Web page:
It’s been a bit of a shame that lately I’ve been so busy taking pictures I’ve barely had time to blog, yet I have so few photos I can post here from these crazy times as I’m bound by client exclusivity. Hopefully there will be some interesting case studies I can post as the brochures, banners and web publications I’ve been shooting for come to be published.

One thing I can tell you about actually consists of three things, that is to say three other articles I’ve recently written over on my PhotoEspresso blog.

SanDisk memory card and Hähnel battery arrive from Clifton Cameras in Bristol for review

A memory card and a very orange camera battery were included in my review

The articles came about as a result of an approach from Clifton Cameras in Bristol asking if I’d be interested in reviewing their website in return for a couple of items I could purchase and have refunded, thereby gaining the user’s experience of the site. A sort of sponsored post if you like.

In the event I turned it into three posts because the items I received are worth reviewing and discussing on a photography help site and because it’s always useful to have fresh things to write about for that blog, which has a different purpose to my main one here.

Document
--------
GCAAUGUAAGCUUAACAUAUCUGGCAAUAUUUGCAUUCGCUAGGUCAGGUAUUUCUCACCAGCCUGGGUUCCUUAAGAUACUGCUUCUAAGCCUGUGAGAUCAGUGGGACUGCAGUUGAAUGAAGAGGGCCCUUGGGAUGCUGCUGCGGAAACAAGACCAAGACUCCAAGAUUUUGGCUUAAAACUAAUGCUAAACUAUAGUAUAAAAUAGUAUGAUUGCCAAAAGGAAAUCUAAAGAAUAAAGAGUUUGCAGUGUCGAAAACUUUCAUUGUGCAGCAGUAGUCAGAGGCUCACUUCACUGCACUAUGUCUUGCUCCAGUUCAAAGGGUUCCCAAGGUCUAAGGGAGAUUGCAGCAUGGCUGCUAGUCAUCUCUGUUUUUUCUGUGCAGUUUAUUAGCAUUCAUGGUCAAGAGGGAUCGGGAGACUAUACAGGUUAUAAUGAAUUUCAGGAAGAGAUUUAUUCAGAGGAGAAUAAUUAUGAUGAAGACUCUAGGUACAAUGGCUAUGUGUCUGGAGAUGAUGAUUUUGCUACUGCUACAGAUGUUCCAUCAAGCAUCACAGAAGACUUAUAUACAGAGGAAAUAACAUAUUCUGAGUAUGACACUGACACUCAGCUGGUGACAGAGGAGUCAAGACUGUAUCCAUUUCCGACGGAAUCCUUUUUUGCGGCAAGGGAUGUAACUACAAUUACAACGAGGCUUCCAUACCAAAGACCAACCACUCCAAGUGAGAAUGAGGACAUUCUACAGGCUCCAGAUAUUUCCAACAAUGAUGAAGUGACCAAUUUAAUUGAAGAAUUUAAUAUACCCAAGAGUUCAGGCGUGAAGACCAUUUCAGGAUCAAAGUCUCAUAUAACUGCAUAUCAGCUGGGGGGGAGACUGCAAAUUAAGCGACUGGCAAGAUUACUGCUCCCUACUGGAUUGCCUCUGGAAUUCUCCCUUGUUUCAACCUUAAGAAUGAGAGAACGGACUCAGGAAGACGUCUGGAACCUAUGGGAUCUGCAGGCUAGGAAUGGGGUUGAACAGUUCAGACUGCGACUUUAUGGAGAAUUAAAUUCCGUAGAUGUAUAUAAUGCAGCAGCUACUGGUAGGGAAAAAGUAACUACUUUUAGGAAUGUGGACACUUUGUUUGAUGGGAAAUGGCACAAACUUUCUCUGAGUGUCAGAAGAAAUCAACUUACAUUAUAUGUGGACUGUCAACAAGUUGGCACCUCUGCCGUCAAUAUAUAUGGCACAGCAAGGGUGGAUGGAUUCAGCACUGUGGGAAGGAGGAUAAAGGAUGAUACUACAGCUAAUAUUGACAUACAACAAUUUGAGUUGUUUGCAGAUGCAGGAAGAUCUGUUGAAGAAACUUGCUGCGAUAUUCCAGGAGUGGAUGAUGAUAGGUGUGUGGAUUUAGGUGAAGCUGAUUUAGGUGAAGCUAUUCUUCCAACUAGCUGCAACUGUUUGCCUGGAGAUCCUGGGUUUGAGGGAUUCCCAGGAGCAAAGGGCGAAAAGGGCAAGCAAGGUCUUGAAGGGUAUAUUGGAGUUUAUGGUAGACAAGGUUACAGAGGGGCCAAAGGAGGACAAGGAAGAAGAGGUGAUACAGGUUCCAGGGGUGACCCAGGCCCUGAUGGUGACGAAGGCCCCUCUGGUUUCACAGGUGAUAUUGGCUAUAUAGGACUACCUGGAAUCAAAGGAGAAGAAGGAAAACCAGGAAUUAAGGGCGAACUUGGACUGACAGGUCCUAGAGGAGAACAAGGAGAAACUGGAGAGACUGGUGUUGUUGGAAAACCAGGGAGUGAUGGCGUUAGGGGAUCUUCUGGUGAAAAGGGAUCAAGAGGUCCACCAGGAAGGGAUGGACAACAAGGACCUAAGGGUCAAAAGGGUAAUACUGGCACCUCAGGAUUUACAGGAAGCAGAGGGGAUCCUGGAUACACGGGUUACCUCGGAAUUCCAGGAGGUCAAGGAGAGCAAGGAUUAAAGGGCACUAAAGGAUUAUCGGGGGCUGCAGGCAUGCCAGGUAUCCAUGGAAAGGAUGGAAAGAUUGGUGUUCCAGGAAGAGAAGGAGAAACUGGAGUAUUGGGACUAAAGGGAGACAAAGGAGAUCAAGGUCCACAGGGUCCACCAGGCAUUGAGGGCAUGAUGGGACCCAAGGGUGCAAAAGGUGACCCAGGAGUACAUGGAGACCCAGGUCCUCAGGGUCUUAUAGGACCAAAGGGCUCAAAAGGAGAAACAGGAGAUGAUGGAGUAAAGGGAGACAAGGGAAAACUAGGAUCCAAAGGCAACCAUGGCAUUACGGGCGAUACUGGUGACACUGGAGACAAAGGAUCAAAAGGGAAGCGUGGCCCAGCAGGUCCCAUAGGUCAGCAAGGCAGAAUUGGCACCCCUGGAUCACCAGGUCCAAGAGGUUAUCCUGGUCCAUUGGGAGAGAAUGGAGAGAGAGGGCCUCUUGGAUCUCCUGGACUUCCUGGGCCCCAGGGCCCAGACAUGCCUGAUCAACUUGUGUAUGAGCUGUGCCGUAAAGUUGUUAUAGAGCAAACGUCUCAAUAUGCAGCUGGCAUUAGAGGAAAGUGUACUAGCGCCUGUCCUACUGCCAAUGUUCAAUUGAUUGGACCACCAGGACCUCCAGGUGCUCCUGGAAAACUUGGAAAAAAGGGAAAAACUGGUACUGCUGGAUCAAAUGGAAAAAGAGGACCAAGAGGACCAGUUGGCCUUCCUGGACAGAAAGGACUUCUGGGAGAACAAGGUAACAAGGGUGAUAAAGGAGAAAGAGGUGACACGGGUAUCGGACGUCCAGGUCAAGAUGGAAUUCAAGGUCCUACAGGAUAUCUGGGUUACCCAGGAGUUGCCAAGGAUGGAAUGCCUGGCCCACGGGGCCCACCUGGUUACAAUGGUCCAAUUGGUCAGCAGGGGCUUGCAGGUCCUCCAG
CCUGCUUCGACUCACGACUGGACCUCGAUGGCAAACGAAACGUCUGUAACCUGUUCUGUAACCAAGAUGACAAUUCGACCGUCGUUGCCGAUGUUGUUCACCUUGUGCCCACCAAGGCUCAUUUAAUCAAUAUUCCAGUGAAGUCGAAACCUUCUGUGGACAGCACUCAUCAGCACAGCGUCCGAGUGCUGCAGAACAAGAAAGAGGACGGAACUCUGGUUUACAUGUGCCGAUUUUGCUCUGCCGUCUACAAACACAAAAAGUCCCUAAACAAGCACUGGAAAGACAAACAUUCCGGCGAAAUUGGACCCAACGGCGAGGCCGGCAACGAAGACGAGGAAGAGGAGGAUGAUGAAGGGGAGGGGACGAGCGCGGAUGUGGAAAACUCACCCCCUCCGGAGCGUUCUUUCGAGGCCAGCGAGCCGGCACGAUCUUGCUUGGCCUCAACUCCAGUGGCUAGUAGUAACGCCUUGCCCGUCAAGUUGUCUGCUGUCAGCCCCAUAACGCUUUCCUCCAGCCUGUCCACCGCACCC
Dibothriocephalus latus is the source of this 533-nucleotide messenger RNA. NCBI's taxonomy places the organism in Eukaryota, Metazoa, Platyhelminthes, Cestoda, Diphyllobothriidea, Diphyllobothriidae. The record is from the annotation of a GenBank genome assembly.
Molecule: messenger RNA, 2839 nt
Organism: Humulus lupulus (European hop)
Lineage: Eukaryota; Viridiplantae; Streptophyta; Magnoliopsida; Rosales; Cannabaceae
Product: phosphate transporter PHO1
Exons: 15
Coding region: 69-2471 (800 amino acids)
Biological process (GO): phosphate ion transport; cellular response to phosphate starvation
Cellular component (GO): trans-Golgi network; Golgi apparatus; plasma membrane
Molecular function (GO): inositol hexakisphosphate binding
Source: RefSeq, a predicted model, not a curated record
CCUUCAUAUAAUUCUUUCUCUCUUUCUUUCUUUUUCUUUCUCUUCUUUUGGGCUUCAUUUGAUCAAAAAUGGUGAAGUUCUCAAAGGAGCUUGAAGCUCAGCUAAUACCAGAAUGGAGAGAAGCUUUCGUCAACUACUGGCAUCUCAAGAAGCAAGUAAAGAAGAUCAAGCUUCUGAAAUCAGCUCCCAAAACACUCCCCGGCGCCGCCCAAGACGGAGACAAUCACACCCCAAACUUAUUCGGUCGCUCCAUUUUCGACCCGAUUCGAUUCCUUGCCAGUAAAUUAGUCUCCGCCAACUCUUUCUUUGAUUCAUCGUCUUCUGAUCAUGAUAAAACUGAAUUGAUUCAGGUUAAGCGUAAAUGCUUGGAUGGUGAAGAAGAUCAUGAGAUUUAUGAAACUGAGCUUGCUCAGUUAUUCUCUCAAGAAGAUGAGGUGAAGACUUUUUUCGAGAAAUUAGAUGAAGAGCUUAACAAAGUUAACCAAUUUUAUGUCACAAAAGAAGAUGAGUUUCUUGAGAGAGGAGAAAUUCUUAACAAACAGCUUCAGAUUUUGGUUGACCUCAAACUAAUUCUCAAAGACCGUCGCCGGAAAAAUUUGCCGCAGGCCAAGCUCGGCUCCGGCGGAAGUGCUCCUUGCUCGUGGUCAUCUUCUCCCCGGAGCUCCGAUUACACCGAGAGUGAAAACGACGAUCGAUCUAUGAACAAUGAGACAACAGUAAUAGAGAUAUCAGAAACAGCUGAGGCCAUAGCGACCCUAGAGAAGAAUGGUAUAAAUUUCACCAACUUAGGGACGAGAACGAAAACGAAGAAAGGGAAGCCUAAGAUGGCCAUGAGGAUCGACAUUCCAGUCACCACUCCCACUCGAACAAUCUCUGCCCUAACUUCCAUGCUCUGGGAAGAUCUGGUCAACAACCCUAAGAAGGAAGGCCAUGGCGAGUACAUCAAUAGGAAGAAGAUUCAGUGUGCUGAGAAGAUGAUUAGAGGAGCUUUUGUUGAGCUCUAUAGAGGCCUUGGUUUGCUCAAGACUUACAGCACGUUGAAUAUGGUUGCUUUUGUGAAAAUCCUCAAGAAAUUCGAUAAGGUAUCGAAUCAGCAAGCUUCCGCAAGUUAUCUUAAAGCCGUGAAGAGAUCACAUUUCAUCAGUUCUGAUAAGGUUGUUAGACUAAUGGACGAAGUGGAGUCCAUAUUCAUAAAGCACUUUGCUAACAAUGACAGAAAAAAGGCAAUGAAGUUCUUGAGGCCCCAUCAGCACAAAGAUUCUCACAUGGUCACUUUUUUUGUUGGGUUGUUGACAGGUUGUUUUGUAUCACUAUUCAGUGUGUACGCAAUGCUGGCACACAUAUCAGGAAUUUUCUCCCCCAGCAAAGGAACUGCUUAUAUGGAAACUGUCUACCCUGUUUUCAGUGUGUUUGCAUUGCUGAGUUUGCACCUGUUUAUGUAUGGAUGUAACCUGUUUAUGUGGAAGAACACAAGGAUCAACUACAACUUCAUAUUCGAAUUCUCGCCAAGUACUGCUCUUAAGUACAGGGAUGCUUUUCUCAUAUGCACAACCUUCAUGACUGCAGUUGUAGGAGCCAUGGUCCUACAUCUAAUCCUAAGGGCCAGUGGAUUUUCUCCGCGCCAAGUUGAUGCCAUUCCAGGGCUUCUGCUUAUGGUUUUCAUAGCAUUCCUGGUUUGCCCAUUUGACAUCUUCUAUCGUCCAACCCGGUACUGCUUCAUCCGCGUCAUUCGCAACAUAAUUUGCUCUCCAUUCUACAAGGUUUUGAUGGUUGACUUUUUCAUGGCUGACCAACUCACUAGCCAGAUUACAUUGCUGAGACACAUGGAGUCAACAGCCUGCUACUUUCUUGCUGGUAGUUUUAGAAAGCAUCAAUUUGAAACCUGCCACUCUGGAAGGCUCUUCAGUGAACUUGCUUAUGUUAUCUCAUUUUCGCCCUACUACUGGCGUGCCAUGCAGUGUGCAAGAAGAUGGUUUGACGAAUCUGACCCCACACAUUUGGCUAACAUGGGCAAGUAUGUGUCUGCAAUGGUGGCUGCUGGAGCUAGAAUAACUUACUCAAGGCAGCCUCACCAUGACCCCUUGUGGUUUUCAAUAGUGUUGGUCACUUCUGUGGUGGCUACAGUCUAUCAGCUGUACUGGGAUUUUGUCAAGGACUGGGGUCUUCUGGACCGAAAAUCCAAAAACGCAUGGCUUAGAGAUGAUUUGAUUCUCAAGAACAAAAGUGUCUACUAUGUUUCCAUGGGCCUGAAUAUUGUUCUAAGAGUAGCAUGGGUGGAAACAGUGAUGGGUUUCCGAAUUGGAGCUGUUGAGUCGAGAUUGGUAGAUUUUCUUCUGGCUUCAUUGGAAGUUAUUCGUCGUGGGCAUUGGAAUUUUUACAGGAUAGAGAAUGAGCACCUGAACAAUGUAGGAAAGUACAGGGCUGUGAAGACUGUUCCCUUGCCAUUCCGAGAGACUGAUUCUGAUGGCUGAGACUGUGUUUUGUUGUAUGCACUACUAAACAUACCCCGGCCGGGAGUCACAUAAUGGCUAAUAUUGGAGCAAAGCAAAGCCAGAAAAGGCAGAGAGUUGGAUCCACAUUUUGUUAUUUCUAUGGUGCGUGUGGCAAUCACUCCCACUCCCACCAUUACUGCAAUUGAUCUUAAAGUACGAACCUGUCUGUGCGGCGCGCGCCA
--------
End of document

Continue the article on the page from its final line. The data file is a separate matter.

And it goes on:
Anyway, I ordered the items – a memory card and a camera battery, wrote a review for each and I’ve just published the Clifton Cameras website review. The whole exercise has been useful and enjoyable. It would be good to build up the paid blogging part of what I do, so if anyone out there knows anyone looking for someone to write honest reviews, critiques or general photography-related articles, send them my way!

In the meantime, I’ll keep an eye on which assignments I can feature here as they become available. Stay tuned!

Fool On The Hill

In July this year I undertook a review of a tripod and part of the exercise required me to take photos of myself using it. I decided the best location for this would be Cley Hill near Frome (very close to Longleat) which would allow me to get dramatic skies in the background.

As anyone local knows, Cley Hill isn’t a huge mountain; it’s not even a huge hill, but it’s big enough and a very steep climb. Which is fine on an ordinary walk, but to get photos of myself using the tripod I had to take two cameras and an extra tripod so I could have a camera on the test tripod and one mounted and aimed at myself to get the self-portraits.